{[ promptMessage ]}

Bookmark it

{[ promptMessage ]}


RegionalContextandGlobalTrade - 1 REGIONAL CONTEXT AND...

Info iconThis preview shows pages 1–3. Sign up to view the full content.

View Full Document Right Arrow Icon
REGIONAL CONTEXT AND GLOBAL TRADE 1 Michael Storper Professor, Sciences Po, LSE, UCLA [email protected] , [email protected] This version: July 29, 2008 Forthcoming: Economic Geography, January 2009 Abstract How should we think of the role of regions in relationship to the global economy? Theory has surprising gaps when it comes to building a unified vision of these two scales of development. Two contributions to such a vision are proposed in this paper. First, the relationship between geographical concentration and the regional economic specialization it underpins, and globalization, should be theorized as a dynamic process. Standard location and trade theory is not adequate for this task; instead, the dynamical relationship can be captured through growth theory. But this in turn requires correcting growth theory to separate its local and its global components, respectively Marshall-Arrow from Romer externalities. Second, we consider the missing element in all theories of geographical concentration and locally-specialized development, an element labeled “context” here. A theory of context in turn raises important new questions about the dynamic welfare and developmental effects of contemporary processes of fragmenting and re-locating production at a global scale. JEL: D62, F12, F15, R12 1 An earlier version of this paper was delivered as the Roepke Memorial Lecture at the AAG Annual Meeting in Boston, March 2008, as well as at the DRUID Summer Conference in Copenhagen (June 2008). This version benefited from the comments made at both those meetings. I would particularly like to thank Gilles Duranton, Anders Malmberg, Jim Love and Stefano Breschi for acting as discussant on the paper, and Peter Maskell for including it on the DRUID program. Yuko Aoyama encouraged me to prepare this paper for publication, and the editors of Economic Geography provided many useful points for clarifying the argument. Markus Perkmann and Ewald Engelen provided me detailed criticisms that helped in revising the paper, and participants at the Society for Advancement of Socio-Economics in San José, Costa Rica (July 2008) offered a number of stimulating new points that also helped in restructuring the initial argument. Any errors are the sole responsibility of the author. 1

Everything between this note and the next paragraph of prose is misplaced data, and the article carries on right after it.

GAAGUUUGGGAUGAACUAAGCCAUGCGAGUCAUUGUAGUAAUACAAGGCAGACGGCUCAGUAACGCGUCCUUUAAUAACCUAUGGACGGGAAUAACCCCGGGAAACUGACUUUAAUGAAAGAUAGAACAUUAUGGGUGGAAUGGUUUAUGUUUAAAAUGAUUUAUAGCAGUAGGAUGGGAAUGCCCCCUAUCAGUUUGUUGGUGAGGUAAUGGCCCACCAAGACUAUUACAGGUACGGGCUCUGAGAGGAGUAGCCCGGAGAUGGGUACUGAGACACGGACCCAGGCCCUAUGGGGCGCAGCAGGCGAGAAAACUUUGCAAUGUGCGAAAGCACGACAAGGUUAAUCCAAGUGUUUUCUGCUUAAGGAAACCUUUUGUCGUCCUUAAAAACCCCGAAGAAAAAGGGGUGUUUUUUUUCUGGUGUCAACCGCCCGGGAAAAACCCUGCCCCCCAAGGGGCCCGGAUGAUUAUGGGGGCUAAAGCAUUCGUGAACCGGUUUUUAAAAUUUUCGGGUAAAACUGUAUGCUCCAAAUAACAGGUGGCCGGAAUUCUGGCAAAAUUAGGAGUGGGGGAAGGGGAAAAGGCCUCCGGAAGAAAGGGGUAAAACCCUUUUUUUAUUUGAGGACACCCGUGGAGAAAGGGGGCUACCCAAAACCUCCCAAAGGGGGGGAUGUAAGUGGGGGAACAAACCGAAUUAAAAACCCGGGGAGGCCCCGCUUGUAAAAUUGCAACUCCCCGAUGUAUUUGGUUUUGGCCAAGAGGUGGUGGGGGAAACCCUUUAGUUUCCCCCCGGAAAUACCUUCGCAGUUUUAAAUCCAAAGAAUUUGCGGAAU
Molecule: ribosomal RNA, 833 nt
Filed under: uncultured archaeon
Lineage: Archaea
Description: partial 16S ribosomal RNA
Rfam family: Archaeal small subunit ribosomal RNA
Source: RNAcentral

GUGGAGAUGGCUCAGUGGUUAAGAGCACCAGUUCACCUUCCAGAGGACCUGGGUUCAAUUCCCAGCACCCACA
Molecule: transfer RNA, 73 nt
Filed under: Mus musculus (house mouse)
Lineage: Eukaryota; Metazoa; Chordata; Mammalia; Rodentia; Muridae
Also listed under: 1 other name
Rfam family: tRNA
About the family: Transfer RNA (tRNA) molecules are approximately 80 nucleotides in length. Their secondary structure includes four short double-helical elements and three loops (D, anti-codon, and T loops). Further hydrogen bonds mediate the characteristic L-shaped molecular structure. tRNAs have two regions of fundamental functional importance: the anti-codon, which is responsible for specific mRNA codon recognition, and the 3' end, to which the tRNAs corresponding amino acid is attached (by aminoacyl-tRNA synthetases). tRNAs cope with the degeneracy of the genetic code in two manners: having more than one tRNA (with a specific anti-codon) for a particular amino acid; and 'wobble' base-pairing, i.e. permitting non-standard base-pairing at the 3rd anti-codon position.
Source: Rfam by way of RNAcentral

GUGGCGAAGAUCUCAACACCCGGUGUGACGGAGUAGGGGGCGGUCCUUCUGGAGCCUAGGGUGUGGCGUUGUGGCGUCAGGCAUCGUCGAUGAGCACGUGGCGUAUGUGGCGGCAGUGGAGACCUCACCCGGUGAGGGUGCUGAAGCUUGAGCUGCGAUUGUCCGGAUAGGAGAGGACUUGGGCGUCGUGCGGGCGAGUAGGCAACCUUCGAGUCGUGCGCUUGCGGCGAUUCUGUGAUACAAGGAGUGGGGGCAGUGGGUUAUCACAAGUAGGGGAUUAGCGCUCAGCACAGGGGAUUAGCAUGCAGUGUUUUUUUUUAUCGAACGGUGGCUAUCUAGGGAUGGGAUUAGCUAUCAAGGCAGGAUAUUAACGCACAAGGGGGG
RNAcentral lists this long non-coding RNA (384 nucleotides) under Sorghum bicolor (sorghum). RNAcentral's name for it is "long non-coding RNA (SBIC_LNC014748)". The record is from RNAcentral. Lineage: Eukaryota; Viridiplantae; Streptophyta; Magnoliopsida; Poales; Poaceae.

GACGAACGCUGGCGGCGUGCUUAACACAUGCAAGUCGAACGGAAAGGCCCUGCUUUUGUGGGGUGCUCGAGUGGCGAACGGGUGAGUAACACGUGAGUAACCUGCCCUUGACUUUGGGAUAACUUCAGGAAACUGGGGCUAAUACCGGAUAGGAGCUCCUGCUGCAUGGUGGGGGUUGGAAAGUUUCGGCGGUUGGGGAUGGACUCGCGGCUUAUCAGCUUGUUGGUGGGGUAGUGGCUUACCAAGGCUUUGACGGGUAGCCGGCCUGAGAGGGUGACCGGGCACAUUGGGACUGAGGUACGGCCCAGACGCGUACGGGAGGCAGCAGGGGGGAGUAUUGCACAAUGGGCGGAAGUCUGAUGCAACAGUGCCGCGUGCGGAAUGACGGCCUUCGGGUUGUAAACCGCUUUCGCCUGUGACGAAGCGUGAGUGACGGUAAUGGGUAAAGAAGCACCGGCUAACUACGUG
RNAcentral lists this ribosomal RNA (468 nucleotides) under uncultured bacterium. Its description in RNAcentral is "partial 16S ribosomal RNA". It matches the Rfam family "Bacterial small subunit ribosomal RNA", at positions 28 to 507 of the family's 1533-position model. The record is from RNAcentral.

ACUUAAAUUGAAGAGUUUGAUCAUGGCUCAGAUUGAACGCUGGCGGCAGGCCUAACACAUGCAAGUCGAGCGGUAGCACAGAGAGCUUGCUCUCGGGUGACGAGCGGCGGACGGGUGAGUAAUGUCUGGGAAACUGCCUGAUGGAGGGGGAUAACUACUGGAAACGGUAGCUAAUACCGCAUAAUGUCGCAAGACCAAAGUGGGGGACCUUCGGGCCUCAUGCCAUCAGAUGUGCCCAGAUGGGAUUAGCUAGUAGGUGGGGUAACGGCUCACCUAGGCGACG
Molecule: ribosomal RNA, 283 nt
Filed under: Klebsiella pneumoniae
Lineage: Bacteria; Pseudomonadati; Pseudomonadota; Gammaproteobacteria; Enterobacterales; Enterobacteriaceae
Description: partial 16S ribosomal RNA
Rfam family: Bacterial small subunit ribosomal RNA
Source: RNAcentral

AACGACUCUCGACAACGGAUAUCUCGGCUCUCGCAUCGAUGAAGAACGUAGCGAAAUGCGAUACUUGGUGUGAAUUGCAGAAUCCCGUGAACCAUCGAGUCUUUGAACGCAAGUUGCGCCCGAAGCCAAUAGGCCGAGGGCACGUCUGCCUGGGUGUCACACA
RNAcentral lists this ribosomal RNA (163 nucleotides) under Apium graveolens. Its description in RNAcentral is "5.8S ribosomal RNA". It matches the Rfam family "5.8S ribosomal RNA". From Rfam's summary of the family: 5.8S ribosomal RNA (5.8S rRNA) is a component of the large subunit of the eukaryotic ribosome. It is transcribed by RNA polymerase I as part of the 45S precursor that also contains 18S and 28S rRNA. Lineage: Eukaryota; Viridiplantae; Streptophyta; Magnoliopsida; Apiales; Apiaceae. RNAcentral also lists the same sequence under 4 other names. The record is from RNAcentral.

Background image of page 1

Info iconThis preview has intentionally blurred sections. Sign up to view the full version.

View Full Document Right Arrow Icon
1 . Regional variety and the gains from trade The combined effects of the division of labor, regional specialization and gains from trade are widely agreed to be one of the two main forces behind world economic growth since its modern take-off around 1820, the other being technological innovation (Mokyr, 1990; North, 2005). Contemporary debates about the geographical reshuffling of output and employment through outsourcing and off-shoring ask whether we have crossed some kind of new thresh-hold in the world division of labor. There are now increasingly fine geographical divisions of labor, not only by broad “functions,” but by “tasks,” that affect regional patterns of specialization in ways that may be unprecedented (Grossman and Rossi-Hansberg, 2006).
Background image of page 2
Image of page 3
This is the end of the preview. Sign up to access the rest of the document.

{[ snackBarMessage ]}